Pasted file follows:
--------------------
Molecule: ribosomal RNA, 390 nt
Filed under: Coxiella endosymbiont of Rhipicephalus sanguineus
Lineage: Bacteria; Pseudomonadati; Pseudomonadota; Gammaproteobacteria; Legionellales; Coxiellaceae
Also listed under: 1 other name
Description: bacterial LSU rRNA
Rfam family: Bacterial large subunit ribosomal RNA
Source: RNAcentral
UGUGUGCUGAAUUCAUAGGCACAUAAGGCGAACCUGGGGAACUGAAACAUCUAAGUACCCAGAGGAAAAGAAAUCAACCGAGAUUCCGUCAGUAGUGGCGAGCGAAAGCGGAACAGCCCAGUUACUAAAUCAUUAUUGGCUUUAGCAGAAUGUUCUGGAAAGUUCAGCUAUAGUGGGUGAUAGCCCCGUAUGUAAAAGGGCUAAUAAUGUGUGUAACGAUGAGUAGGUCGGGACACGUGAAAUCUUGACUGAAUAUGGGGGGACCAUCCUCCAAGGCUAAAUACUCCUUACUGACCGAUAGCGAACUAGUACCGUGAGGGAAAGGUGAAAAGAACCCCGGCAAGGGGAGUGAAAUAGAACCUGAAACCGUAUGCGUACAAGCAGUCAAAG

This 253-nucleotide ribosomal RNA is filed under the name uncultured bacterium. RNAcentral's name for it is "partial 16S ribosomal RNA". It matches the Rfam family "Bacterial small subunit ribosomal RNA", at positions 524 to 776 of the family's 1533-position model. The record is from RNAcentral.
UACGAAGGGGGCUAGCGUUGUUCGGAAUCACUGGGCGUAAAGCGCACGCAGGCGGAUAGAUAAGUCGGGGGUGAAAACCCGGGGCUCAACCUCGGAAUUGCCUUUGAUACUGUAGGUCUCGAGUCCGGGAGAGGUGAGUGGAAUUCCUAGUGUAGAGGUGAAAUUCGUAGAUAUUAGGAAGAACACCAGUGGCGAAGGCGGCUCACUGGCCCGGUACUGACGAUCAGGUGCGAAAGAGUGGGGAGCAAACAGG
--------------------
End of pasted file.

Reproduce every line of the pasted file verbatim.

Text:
Molecule: ribosomal RNA, 390 nt
Filed under: Coxiella endosymbiont of Rhipicephalus sanguineus
Lineage: Bacteria; Pseudomonadati; Pseudomonadota; Gammaproteobacteria; Legionellales; Coxiellaceae
Also listed under: 1 other name
Description: bacterial LSU rRNA
Rfam family: Bacterial large subunit ribosomal RNA
Source: RNAcentral
UGUGUGCUGAAUUCAUAGGCACAUAAGGCGAACCUGGGGAACUGAAACAUCUAAGUACCCAGAGGAAAAGAAAUCAACCGAGAUUCCGUCAGUAGUGGCGAGCGAAAGCGGAACAGCCCAGUUACUAAAUCAUUAUUGGCUUUAGCAGAAUGUUCUGGAAAGUUCAGCUAUAGUGGGUGAUAGCCCCGUAUGUAAAAGGGCUAAUAAUGUGUGUAACGAUGAGUAGGUCGGGACACGUGAAAUCUUGACUGAAUAUGGGGGGACCAUCCUCCAAGGCUAAAUACUCCUUACUGACCGAUAGCGAACUAGUACCGUGAGGGAAAGGUGAAAAGAACCCCGGCAAGGGGAGUGAAAUAGAACCUGAAACCGUAUGCGUACAAGCAGUCAAAG

This 253-nucleotide ribosomal RNA is filed under the name uncultured bacterium. RNAcentral's name for it is "partial 16S ribosomal RNA". It matches the Rfam family "Bacterial small subunit ribosomal RNA", at positions 524 to 776 of the family's 1533-position model. The record is from RNAcentral.
UACGAAGGGGGCUAGCGUUGUUCGGAAUCACUGGGCGUAAAGCGCACGCAGGCGGAUAGAUAAGUCGGGGGUGAAAACCCGGGGCUCAACCUCGGAAUUGCCUUUGAUACUGUAGGUCUCGAGUCCGGGAGAGGUGAGUGGAAUUCCUAGUGUAGAGGUGAAAUUCGUAGAUAUUAGGAAGAACACCAGUGGCGAAGGCGGCUCACUGGCCCGGUACUGACGAUCAGGUGCGAAAGAGUGGGGAGCAAACAGG